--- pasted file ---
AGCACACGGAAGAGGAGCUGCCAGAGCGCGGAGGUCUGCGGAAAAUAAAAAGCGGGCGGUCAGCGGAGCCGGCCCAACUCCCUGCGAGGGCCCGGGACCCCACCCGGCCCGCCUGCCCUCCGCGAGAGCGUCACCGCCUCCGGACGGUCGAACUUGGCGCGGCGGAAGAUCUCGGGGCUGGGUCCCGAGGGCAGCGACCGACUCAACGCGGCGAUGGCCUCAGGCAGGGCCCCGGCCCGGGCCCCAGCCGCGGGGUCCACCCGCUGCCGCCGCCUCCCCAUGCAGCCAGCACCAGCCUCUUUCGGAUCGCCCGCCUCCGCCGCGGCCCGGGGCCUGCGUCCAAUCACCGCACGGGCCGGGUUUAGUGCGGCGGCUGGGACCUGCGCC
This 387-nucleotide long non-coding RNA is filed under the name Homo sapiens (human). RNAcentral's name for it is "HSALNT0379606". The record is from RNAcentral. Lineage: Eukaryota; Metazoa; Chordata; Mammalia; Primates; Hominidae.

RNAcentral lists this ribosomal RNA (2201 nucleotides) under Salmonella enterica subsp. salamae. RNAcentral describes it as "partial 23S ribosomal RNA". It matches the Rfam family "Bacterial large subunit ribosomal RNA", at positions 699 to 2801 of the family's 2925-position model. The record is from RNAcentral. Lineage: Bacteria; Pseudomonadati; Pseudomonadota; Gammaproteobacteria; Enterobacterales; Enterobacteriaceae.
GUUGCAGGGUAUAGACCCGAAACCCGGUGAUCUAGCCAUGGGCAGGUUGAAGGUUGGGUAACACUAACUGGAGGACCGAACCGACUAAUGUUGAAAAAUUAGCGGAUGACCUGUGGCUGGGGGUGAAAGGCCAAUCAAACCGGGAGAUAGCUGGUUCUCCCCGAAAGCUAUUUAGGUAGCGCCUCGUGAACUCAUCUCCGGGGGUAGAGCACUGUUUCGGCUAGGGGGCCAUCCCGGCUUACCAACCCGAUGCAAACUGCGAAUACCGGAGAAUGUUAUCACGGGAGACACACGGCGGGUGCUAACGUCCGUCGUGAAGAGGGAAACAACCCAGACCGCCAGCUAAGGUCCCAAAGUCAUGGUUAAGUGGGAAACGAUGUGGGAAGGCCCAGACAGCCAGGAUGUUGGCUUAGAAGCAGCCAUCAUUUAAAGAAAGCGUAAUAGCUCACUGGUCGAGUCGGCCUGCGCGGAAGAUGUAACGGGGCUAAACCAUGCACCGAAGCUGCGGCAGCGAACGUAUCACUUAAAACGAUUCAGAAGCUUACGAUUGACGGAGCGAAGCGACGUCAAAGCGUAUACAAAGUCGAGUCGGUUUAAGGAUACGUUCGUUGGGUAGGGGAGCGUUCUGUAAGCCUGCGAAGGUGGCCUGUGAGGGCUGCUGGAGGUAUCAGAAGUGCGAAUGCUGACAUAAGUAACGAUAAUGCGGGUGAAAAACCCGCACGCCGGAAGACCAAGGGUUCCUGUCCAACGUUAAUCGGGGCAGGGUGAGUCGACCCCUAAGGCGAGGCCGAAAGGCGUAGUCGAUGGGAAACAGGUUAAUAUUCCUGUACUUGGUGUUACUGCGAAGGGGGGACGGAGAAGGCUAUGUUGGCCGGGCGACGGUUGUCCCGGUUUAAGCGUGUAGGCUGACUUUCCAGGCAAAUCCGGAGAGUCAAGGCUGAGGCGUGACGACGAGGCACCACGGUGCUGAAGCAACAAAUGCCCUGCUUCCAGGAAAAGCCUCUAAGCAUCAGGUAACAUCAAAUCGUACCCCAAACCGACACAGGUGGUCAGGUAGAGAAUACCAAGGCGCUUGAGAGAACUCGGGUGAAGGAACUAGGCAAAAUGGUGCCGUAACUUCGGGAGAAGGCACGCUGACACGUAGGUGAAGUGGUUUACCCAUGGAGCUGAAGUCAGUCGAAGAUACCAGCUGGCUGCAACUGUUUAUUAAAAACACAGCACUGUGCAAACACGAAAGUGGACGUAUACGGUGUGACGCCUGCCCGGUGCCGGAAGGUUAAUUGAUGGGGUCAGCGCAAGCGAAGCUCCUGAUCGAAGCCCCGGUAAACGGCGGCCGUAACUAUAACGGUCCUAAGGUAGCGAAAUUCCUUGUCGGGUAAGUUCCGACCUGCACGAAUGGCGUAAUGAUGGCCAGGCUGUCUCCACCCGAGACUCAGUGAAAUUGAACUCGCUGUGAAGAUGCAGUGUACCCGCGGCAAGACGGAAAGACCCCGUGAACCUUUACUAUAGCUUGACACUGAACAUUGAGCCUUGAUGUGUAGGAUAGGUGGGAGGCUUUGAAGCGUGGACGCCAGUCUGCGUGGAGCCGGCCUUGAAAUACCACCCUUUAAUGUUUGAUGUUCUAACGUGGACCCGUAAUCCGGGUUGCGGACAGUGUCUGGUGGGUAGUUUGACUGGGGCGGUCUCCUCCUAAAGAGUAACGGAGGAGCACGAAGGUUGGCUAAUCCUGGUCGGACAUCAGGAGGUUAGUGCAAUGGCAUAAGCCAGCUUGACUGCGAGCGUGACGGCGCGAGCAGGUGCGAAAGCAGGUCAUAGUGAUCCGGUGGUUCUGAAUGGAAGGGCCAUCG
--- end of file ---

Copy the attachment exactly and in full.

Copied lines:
AGCACACGGAAGAGGAGCUGCCAGAGCGCGGAGGUCUGCGGAAAAUAAAAAGCGGGCGGUCAGCGGAGCCGGCCCAACUCCCUGCGAGGGCCCGGGACCCCACCCGGCCCGCCUGCCCUCCGCGAGAGCGUCACCGCCUCCGGACGGUCGAACUUGGCGCGGCGGAAGAUCUCGGGGCUGGGUCCCGAGGGCAGCGACCGACUCAACGCGGCGAUGGCCUCAGGCAGGGCCCCGGCCCGGGCCCCAGCCGCGGGGUCCACCCGCUGCCGCCGCCUCCCCAUGCAGCCAGCACCAGCCUCUUUCGGAUCGCCCGCCUCCGCCGCGGCCCGGGGCCUGCGUCCAAUCACCGCACGGGCCGGGUUUAGUGCGGCGGCUGGGACCUGCGCC
This 387-nucleotide long non-coding RNA is filed under the name Homo sapiens (human). RNAcentral's name for it is "HSALNT0379606". The record is from RNAcentral. Lineage: Eukaryota; Metazoa; Chordata; Mammalia; Primates; Hominidae.

RNAcentral lists this ribosomal RNA (2201 nucleotides) under Salmonella enterica subsp. salamae. RNAcentral describes it as "partial 23S ribosomal RNA". It matches the Rfam family "Bacterial large subunit ribosomal RNA", at positions 699 to 2801 of the family's 2925-position model. The record is from RNAcentral. Lineage: Bacteria; Pseudomonadati; Pseudomonadota; Gammaproteobacteria; Enterobacterales; Enterobacteriaceae.
GUUGCAGGGUAUAGACCCGAAACCCGGUGAUCUAGCCAUGGGCAGGUUGAAGGUUGGGUAACACUAACUGGAGGACCGAACCGACUAAUGUUGAAAAAUUAGCGGAUGACCUGUGGCUGGGGGUGAAAGGCCAAUCAAACCGGGAGAUAGCUGGUUCUCCCCGAAAGCUAUUUAGGUAGCGCCUCGUGAACUCAUCUCCGGGGGUAGAGCACUGUUUCGGCUAGGGGGCCAUCCCGGCUUACCAACCCGAUGCAAACUGCGAAUACCGGAGAAUGUUAUCACGGGAGACACACGGCGGGUGCUAACGUCCGUCGUGAAGAGGGAAACAACCCAGACCGCCAGCUAAGGUCCCAAAGUCAUGGUUAAGUGGGAAACGAUGUGGGAAGGCCCAGACAGCCAGGAUGUUGGCUUAGAAGCAGCCAUCAUUUAAAGAAAGCGUAAUAGCUCACUGGUCGAGUCGGCCUGCGCGGAAGAUGUAACGGGGCUAAACCAUGCACCGAAGCUGCGGCAGCGAACGUAUCACUUAAAACGAUUCAGAAGCUUACGAUUGACGGAGCGAAGCGACGUCAAAGCGUAUACAAAGUCGAGUCGGUUUAAGGAUACGUUCGUUGGGUAGGGGAGCGUUCUGUAAGCCUGCGAAGGUGGCCUGUGAGGGCUGCUGGAGGUAUCAGAAGUGCGAAUGCUGACAUAAGUAACGAUAAUGCGGGUGAAAAACCCGCACGCCGGAAGACCAAGGGUUCCUGUCCAACGUUAAUCGGGGCAGGGUGAGUCGACCCCUAAGGCGAGGCCGAAAGGCGUAGUCGAUGGGAAACAGGUUAAUAUUCCUGUACUUGGUGUUACUGCGAAGGGGGGACGGAGAAGGCUAUGUUGGCCGGGCGACGGUUGUCCCGGUUUAAGCGUGUAGGCUGACUUUCCAGGCAAAUCCGGAGAGUCAAGGCUGAGGCGUGACGACGAGGCACCACGGUGCUGAAGCAACAAAUGCCCUGCUUCCAGGAAAAGCCUCUAAGCAUCAGGUAACAUCAAAUCGUACCCCAAACCGACACAGGUGGUCAGGUAGAGAAUACCAAGGCGCUUGAGAGAACUCGGGUGAAGGAACUAGGCAAAAUGGUGCCGUAACUUCGGGAGAAGGCACGCUGACACGUAGGUGAAGUGGUUUACCCAUGGAGCUGAAGUCAGUCGAAGAUACCAGCUGGCUGCAACUGUUUAUUAAAAACACAGCACUGUGCAAACACGAAAGUGGACGUAUACGGUGUGACGCCUGCCCGGUGCCGGAAGGUUAAUUGAUGGGGUCAGCGCAAGCGAAGCUCCUGAUCGAAGCCCCGGUAAACGGCGGCCGUAACUAUAACGGUCCUAAGGUAGCGAAAUUCCUUGUCGGGUAAGUUCCGACCUGCACGAAUGGCGUAAUGAUGGCCAGGCUGUCUCCACCCGAGACUCAGUGAAAUUGAACUCGCUGUGAAGAUGCAGUGUACCCGCGGCAAGACGGAAAGACCCCGUGAACCUUUACUAUAGCUUGACACUGAACAUUGAGCCUUGAUGUGUAGGAUAGGUGGGAGGCUUUGAAGCGUGGACGCCAGUCUGCGUGGAGCCGGCCUUGAAAUACCACCCUUUAAUGUUUGAUGUUCUAACGUGGACCCGUAAUCCGGGUUGCGGACAGUGUCUGGUGGGUAGUUUGACUGGGGCGGUCUCCUCCUAAAGAGUAACGGAGGAGCACGAAGGUUGGCUAAUCCUGGUCGGACAUCAGGAGGUUAGUGCAAUGGCAUAAGCCAGCUUGACUGCGAGCGUGACGGCGCGAGCAGGUGCGAAAGCAGGUCAUAGUGAUCCGGUGGUUCUGAAUGGAAGGGCCAUCG